Supply chains provide a mix of services, both generic and custom, in order to accommodate a range of customer requirements

    Basic Customer Service Provides Customers ...

    With the right amount
    Of the right product
    At the right time
    And the right place
    In the right condition
    At the right price
    With the right information

    Basic Elements of Customer Service

    1.)Availability
    Fill rates
    Stockout frequency
    Orders shipped complete

    2.)Operational Performance
    Speed
    Consistency
    Flexibility
    Malfunction recovery

    3.)Service Reliability
    Damage free
    Error-free invoices
    Shipment matches order
    Shipped to correct location
    Etc.

    Availability

    The Capacity to have Inventory When Desired by a Customer

    Fill Rate

    measures the magnitude or impact of stockouts over time

    Stockout

    occurs when a firm has no product available to fulfill customer demand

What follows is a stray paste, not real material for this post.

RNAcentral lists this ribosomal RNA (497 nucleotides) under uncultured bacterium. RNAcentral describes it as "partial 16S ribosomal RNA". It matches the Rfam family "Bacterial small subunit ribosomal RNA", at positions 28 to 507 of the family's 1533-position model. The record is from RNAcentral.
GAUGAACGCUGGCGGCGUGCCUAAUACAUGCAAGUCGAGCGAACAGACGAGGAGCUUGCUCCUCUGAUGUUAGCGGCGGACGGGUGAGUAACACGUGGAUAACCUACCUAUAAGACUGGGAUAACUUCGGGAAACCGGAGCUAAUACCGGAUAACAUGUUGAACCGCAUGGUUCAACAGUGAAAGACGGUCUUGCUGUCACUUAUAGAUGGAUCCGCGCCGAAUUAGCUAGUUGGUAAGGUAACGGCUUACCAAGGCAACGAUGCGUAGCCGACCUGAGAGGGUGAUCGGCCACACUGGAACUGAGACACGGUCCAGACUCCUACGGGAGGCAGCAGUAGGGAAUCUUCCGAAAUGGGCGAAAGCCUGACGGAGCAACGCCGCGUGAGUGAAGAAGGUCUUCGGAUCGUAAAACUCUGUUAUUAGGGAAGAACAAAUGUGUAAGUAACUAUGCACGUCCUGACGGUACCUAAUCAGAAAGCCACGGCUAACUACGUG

Orders Shipped Complete

    requires shipping everything that a customer orders to count as a complete shipment

    Operational Performance

    Deals with the Time Required to Deliver a Customer's Order

    -Speed of the performance cycle is the elapsed time from when a customer established a need to order until the product is delivered

    -Consistency of the order cycle is measured by the number of times that actual cycles meet the time planned for completion

    -Flexibility is a firm's ability to accommodate special situations and unusual or unexpected customer requests

    -Malfunction Recovery is a firm's ability to quickly implement contingency plans when a failure occurs in the supply chain

    Service Reliability

    Ability to Perform All Order-related Activities & Provide Critical Information